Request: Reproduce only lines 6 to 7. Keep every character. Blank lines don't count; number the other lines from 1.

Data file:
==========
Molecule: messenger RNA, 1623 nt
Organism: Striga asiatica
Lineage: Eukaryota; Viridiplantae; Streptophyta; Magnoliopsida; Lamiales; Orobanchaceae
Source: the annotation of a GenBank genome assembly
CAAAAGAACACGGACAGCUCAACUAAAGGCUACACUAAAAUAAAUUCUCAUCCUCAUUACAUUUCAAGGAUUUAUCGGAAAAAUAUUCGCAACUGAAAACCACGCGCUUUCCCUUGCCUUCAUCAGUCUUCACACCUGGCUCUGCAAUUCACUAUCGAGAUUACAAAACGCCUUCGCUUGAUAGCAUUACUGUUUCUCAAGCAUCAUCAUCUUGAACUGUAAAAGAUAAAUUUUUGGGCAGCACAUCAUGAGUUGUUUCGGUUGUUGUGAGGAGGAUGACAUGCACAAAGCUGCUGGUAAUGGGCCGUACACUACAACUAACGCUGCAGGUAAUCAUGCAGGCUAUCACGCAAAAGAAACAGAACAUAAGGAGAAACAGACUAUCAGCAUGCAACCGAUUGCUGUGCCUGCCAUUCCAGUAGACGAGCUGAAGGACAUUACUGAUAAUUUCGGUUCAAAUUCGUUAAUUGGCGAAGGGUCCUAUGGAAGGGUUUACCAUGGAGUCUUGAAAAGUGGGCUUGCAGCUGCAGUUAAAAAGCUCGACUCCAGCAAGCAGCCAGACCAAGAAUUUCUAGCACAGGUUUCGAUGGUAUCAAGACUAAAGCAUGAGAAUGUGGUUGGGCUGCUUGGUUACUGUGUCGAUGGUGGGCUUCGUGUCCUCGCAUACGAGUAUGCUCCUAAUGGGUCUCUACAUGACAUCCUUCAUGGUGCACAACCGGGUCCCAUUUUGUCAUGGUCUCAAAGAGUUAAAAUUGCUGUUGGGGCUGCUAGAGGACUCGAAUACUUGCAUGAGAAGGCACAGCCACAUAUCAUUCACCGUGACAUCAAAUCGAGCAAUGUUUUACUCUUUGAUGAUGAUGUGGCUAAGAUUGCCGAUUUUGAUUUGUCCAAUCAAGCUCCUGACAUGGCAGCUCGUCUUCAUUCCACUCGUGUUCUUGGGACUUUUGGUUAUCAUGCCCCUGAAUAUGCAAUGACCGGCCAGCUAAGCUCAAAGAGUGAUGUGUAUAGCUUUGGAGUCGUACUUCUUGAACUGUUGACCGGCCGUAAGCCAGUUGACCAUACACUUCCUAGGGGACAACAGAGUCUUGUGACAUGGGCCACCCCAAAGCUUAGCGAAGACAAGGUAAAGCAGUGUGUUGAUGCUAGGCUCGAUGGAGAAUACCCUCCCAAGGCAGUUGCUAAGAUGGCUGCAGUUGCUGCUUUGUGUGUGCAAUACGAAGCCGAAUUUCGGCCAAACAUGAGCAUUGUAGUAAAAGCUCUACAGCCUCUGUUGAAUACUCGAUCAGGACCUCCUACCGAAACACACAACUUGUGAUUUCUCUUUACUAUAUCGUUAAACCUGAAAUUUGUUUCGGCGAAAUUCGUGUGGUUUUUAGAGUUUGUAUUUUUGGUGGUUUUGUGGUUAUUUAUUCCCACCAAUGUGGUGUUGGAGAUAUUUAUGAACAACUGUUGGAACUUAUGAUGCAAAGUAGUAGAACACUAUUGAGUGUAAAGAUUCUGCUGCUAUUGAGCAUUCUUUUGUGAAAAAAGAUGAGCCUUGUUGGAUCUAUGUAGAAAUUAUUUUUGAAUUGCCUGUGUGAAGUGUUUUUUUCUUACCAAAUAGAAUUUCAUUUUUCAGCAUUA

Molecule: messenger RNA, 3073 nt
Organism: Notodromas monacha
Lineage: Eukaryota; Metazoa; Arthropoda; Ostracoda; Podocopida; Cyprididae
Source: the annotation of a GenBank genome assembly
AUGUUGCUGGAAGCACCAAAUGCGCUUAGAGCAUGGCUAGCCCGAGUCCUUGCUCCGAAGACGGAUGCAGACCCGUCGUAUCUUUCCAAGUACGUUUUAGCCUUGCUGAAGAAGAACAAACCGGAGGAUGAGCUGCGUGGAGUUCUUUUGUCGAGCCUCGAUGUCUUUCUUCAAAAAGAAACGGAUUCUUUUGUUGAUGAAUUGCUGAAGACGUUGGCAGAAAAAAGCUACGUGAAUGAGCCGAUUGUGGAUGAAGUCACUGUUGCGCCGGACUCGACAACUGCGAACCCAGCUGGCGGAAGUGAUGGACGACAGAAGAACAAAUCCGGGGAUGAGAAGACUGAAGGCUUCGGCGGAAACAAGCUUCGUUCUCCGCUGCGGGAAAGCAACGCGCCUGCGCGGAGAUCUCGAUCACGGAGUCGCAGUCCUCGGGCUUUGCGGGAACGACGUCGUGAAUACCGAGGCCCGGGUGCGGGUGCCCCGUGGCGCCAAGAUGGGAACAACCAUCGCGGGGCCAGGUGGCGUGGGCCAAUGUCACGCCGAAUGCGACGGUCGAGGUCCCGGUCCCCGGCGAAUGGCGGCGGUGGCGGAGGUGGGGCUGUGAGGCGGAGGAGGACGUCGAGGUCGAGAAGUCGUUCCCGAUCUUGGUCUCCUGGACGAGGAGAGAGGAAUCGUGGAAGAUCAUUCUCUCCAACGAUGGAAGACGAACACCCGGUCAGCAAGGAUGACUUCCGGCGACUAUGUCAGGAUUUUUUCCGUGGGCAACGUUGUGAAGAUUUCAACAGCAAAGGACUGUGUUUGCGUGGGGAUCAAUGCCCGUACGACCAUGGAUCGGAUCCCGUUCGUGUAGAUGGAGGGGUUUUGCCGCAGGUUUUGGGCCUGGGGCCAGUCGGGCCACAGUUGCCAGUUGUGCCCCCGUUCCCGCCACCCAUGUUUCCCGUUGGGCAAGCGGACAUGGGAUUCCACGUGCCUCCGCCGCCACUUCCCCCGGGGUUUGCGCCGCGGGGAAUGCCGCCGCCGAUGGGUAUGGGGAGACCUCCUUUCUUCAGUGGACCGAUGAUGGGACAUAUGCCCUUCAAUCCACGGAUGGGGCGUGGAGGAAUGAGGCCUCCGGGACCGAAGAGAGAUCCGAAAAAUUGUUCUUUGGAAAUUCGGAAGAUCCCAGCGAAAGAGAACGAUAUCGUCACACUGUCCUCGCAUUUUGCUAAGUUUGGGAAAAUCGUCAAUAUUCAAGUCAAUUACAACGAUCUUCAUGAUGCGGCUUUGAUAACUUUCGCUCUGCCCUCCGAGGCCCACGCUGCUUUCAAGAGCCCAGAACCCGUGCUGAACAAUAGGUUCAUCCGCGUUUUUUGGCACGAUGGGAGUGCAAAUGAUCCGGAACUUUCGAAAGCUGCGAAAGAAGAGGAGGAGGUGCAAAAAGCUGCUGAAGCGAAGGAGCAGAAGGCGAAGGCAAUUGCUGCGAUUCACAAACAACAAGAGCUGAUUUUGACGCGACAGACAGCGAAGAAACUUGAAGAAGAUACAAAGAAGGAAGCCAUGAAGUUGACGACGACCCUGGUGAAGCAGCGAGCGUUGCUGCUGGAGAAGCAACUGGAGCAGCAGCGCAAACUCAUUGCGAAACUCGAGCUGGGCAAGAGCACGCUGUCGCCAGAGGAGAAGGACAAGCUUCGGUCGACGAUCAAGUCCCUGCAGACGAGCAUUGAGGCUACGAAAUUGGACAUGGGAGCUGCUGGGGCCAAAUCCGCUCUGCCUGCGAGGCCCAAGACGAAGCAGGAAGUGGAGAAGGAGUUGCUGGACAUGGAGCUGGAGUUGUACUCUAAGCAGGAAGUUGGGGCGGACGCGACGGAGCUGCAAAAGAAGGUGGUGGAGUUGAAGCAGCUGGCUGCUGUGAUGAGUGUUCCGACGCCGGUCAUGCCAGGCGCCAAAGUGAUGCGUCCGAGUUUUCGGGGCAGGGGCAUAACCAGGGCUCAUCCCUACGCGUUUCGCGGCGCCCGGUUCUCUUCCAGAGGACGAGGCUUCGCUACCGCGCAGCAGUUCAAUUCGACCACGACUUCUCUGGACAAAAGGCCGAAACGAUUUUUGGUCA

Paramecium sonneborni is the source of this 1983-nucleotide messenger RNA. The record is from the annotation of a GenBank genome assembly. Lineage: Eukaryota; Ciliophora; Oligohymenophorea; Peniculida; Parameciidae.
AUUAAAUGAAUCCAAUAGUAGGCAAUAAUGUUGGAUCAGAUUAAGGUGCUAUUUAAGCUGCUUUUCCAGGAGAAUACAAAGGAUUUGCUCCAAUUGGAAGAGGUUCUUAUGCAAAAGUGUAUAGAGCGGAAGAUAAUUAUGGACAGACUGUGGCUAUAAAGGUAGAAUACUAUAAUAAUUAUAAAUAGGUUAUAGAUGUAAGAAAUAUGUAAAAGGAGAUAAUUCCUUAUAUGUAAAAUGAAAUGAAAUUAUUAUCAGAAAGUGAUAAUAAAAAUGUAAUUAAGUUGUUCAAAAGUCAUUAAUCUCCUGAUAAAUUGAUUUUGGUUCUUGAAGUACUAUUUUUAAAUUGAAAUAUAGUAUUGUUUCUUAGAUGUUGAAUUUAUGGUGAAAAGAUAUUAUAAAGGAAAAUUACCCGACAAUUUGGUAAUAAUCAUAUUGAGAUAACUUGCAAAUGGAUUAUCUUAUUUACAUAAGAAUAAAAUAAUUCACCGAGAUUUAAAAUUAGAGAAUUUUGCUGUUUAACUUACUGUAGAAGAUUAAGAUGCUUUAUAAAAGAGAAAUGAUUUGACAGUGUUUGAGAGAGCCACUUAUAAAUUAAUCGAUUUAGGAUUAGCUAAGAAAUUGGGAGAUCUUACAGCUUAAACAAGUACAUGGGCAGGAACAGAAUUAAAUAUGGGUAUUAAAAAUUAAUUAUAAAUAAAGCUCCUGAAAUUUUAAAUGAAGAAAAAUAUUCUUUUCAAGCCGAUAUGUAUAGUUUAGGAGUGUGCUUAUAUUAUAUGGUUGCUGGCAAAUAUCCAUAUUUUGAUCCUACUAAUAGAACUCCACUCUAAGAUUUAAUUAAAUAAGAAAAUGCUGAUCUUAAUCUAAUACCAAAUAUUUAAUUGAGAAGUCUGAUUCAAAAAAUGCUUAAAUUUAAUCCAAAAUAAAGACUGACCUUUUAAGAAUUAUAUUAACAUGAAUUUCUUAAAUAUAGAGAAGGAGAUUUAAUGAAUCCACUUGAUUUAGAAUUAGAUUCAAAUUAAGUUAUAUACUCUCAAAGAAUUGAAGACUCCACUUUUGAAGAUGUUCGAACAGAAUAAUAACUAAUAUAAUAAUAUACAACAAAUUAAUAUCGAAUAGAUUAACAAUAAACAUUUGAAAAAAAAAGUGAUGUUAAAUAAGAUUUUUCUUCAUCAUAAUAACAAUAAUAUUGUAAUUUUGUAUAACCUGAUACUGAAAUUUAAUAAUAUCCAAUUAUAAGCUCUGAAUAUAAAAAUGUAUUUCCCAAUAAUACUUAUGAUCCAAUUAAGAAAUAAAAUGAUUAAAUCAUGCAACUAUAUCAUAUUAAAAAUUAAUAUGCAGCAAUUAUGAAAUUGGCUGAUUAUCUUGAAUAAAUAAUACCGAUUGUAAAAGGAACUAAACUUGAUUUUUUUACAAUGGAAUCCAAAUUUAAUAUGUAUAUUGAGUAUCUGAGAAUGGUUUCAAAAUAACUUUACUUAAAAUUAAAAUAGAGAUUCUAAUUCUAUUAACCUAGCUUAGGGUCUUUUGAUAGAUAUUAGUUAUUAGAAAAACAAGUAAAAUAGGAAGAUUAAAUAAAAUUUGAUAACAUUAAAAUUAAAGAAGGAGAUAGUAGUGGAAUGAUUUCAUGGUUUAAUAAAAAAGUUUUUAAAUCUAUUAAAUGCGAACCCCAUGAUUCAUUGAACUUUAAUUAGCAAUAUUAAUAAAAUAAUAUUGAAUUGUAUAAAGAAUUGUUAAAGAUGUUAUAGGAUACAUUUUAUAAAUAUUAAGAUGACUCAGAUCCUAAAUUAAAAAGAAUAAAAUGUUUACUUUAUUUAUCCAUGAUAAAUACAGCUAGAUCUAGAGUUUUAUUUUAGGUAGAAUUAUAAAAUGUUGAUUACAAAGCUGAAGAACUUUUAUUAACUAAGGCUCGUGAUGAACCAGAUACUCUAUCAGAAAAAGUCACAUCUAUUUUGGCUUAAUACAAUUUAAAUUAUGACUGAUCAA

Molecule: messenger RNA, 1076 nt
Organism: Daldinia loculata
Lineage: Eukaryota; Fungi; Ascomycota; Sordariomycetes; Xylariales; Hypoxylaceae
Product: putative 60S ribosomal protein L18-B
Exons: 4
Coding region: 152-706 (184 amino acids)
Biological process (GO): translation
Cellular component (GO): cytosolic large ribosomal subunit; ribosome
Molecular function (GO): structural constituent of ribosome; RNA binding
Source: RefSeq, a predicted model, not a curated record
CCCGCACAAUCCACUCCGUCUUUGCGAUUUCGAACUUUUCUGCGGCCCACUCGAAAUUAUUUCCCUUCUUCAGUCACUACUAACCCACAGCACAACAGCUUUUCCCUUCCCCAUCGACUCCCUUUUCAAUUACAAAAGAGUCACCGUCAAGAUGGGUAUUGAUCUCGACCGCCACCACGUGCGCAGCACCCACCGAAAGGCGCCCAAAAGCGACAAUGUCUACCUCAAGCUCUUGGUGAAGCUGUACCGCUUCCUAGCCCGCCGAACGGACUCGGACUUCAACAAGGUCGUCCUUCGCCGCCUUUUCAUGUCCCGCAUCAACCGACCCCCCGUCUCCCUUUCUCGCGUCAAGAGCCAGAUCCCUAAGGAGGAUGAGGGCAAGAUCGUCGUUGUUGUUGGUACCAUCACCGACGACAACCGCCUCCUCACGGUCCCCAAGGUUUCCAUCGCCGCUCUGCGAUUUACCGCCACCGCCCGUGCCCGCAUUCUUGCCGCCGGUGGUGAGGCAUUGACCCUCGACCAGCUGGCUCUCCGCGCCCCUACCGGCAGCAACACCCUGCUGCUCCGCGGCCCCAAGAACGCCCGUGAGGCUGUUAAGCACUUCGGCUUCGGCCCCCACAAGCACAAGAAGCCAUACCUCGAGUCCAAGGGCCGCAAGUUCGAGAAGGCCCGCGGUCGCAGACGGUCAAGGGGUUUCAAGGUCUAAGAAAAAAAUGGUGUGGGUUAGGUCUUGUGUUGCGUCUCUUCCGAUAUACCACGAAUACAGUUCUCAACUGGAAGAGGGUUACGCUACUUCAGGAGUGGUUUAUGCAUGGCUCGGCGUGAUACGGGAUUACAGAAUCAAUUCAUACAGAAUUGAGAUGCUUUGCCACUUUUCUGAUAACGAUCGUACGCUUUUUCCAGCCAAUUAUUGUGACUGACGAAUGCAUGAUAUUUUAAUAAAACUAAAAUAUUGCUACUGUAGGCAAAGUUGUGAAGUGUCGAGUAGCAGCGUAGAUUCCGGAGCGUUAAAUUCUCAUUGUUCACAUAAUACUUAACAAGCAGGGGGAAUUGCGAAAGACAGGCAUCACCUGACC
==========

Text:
Molecule: messenger RNA, 3073 nt
Organism: Notodromas monacha